Honarary Fanbro: Valerie Thomas
They say art imitates life, but what about science fiction? Gamma ray guns, teleportation devices, holograms, and many other devices have yet to be based on anything in real-life. However, some scientists have made strides to invent some of these fantastic machines.
In honor of Black history month I chose to highlight Black American female inventor and scientist Valerie Thomas.
Thomas was always fascinated with electronics and technology from a young age, but being a girl, was not encouraged to pursue these interests. When she enrolled at Morgan State University, she decided to embrace them. She became one of two women in her class to major in physics. After graduation she began working at NASA in 1964 at the Goddard Space Flight Center (GSFC). She helped to develop real-time computer data systems for satellite operations control centers. Then from 1970 to 1981 she managed the development of the Landsat image processing data systems, the first satellite to send images from outer space. According to NASA, “The Landsat Program provides the longest continuous space-based record of Earth’s land in existence. Since 1972, Landsat satellites have collected measurements of Earth’s continents and surrounding coastal regions that have enabled people to study forests, food production, water and land use, ecosystems, geology, and more.”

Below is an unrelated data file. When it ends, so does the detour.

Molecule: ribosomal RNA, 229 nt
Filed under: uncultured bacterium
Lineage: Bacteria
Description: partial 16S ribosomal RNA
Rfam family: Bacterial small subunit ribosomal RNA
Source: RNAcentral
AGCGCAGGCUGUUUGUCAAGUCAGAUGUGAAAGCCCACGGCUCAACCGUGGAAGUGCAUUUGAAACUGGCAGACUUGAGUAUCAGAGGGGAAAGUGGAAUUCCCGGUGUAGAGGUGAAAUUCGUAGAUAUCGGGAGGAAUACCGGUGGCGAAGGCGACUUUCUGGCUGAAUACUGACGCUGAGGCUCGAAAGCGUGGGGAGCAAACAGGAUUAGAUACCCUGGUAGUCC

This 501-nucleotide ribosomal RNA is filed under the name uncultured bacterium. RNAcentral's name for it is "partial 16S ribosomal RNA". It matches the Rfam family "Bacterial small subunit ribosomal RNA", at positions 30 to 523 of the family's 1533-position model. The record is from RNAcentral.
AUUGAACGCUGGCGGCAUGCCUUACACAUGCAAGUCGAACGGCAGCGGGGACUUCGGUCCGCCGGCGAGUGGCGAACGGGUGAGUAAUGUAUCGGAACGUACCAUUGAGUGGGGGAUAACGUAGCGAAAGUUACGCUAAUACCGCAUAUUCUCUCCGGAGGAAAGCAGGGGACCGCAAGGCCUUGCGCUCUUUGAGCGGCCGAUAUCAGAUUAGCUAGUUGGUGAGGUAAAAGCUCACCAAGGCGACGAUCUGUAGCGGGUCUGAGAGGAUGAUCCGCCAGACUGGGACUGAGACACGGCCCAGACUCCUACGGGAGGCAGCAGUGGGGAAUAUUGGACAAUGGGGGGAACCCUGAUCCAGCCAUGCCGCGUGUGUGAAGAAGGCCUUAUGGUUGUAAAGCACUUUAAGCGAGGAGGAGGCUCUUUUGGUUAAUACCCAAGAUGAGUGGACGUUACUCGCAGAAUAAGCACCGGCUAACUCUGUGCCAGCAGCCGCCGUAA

During this period, she started experimenting with image transmission. In 1980, she patented her illusion transmitter. The invention is a television-like system for transmitting an illusion of an object. The invention was based on the properties of mirrors. A regular flat mirror shows a reflection of an object appearing behind the glass surface. A concave mirror presents a reflection that appears in front of the glass, which creates the 3D illusion. This was the beginning of 3D technology. The transmitter was first implemented in studying space phenomena and is still used to analyze images of distant space entities. Thomas’s technology was the groundwork for 3D movies and televisions today.
Thomas continued to work for NASA until her retirement in 1995 as the associate chief of the Space Science Data Operations Office. She has received a number of awards including the GSFC Award of Merit, the highest award given by the GSFC, and the NASA Equal Opportunity Medal. Her dedication to science, technology and paving a way for other Black women in math and science definitely qualify Valerie Thomas as an honorary fanbro.
“Inventors.” Facts on File Encyclopedia of Black Women in American:Science, Health, and Medicine. 1997. p.27. Print.
“Valerie Thomas Illusion Transmitter.” Lemelson-MIT. Massachusetts Institute of Technology, September 2003. 8 February 2014.
Morelli, Joseph M. “The Illusion Transmitter.” Joseph M Morelli: Gender and Technology. Web. 8 February 2014.
Green, James L. “Valerie L. Thomas Retires.” NSSDC News. Vol. II, No. 3, September 1995. Web. 8 February 2014.
Irons, James R. “The Landstat Program.” NASA Landsat Science. NASA, 6 February 2014. Web. 8 February 2014.